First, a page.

EU project TERIPHIC developing transceivers for low-emission 1.6Tbps Internet

Created October 25, 2019
Applications and Research

The European Horizon 2020-funded consortium TERabit optical transceivers based on InP EML arrays and a Polymer Host platform for optical InterConnects, also known as TERIPHIC, is working on the development of optical transceiver modules for datacentres – with the aim of cutting power consumption by 50% per Gbps.

The TERIPHIC group says it expects the new transceivers to solve problems faster and reduce data traffic queue times. Shortening processing intervals for high-performance computing, edge computing and machine learning, the new ultra-high-capacity, low-power-consumption pluggable modules are capable of both 800Gbps and 1.6Tbps.

Aiming to surpass today’s emerging high rate transmission standard of 400GB per second, TERIPHIC this week also stated that it expects its modules to cost €0.3 per Gigabyte per second. The three-year, €5.6m project is scheduled to run until December 2021 and has received a grant of €4.7m from the European Commission via the Photonics public-private partnership.

Photonic integration

“Photonics is essential for the future of datacentres,” commented Panos Groumas of the TERIPHIC project coordination team. “We intend to develop low-cost terabit optical transceivers through the automation of current photonic integration concepts and processes in commercial assembly machines.”

He added, “While 400G is impressive, and was demonstrated in 2018, high-performance computing, edge computing and machine learning end-user experiences will not run on existing speeds of 400Gbps. The TERIPHIC project is developing mass-production-compatible 800Gbps pluggable modules with eight lanes and 1.6Tbps mid-board modules with 16 lanes having at least 2km reach.”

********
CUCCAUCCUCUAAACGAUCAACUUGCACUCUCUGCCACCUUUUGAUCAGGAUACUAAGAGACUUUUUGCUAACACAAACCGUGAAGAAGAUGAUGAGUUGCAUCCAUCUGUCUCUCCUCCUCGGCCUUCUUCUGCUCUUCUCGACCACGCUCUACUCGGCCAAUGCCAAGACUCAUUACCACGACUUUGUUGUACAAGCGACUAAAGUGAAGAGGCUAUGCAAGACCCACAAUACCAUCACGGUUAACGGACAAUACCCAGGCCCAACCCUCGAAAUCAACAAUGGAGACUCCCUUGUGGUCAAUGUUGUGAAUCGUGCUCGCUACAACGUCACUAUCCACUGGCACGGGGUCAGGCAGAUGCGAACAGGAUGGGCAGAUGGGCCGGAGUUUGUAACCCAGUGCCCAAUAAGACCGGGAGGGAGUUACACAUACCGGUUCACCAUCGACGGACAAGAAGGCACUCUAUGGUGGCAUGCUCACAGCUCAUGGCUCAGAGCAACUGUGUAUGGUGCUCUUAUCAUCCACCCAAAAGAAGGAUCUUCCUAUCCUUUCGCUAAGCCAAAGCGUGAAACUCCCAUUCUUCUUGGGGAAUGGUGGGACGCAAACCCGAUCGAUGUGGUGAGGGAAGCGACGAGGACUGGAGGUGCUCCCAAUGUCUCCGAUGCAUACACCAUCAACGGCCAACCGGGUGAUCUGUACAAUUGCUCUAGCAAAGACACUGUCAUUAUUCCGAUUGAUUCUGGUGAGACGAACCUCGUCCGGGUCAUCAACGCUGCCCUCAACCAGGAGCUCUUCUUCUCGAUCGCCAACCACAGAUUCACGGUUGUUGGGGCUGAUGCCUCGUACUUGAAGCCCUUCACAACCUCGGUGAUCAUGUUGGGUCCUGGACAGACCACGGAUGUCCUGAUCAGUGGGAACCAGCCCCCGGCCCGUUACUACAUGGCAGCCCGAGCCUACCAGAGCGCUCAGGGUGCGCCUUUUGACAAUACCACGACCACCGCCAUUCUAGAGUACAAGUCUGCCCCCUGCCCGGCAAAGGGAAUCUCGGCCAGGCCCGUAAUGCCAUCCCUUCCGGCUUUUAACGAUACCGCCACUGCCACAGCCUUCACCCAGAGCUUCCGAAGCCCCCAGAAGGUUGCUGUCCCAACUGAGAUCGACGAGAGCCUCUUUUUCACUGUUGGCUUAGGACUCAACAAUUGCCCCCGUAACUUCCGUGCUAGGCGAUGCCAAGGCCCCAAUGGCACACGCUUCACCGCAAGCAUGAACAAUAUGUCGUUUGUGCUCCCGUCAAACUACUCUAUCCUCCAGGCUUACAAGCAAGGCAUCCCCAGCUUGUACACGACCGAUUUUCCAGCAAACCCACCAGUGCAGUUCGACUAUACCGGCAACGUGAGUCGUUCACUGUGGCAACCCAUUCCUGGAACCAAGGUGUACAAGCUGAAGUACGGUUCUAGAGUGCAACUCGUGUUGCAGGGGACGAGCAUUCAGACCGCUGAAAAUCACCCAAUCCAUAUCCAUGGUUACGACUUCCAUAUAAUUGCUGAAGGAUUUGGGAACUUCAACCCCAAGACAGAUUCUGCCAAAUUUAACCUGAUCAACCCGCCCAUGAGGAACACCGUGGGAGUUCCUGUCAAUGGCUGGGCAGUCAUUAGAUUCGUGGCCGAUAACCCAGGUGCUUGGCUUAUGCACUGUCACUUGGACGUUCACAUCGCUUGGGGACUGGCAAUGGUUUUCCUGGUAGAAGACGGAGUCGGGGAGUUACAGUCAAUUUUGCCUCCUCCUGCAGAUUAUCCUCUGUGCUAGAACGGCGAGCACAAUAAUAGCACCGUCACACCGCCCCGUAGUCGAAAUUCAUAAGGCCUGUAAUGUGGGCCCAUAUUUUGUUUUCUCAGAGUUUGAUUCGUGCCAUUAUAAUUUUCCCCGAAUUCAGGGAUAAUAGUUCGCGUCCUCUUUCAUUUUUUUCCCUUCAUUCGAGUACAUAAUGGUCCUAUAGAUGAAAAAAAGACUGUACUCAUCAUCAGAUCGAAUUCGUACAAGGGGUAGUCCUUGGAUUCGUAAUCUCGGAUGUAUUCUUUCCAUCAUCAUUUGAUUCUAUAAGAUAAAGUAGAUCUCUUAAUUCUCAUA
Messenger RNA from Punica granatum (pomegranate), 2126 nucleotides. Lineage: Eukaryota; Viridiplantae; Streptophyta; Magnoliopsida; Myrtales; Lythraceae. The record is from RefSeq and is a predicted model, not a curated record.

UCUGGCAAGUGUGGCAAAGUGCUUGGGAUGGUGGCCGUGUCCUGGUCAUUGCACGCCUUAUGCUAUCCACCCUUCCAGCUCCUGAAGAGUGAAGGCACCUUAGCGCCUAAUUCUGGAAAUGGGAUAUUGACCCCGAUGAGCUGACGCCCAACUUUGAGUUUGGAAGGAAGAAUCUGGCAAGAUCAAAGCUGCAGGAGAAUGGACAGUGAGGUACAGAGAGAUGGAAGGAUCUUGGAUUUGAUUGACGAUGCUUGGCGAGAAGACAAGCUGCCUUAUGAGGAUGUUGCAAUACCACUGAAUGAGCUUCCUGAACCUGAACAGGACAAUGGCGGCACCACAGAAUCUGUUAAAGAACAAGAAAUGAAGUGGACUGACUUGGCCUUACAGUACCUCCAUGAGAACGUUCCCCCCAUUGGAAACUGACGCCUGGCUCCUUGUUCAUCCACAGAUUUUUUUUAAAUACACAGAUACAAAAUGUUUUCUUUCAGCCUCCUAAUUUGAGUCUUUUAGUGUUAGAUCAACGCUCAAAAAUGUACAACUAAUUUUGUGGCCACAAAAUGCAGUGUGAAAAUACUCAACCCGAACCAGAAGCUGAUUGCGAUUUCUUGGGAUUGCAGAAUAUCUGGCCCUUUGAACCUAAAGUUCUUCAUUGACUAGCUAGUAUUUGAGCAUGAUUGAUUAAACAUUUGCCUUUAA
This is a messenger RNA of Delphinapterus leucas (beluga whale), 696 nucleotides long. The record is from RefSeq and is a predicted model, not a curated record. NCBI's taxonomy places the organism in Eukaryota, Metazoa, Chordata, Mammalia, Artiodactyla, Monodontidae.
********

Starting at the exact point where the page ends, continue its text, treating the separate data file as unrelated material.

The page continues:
Professor Hercules Avramopoulos, project leader, commented, “This project brings together electro-absorptively modulated laser (EML) arrays in the O-band, photodiode arrays and a polymer chip to act as the host platform for the integration of the arrays and the wavelength mux-demux of the lanes. The integration will rely on butt-end-coupling steps, which will be automated via the development of module-specific alignment and attachment processes on commercial equipment.

“The new transceiver design introduced by TERIPHIC will allow significant cost savings, due to assembly automation of both the transmitter and receiver optical subassembly (TOSA/ROSA) parts, and also at the packaging level, resulting in a cost of around €0.3 per Gbps for the transceiver modules.”

ICCS and Telecom Italia are responsible for providing the system specs and, together with Mellanox, are responsible for the testing of the devices in both lab and real settings. Fraunhofer-HHI is providing the photonic platform, the active components, and is responsible for the hybrid integration of the latter with the photonic platform using ficonTEC machines.

FiconTEC provides custom equipment for the automated assembly processes and III-V Labs provides the high-speed electronic driver chips. Finally, Mellanox Technologies will take up the packaging of the transceivers.

The project is coordinated by the Photonics Communications Research Laboratory of the Institute of Communication and Computer Systems at NTU Athens, Greece.

For more information, visit www.photonics21.org

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This article was written
by Matthew Peach

Matthew Peach is a freelance technology journalist specialising in photonics and communications. He has previously worked for several business-to-business publishers, editing a range of high-tech magazines and websites.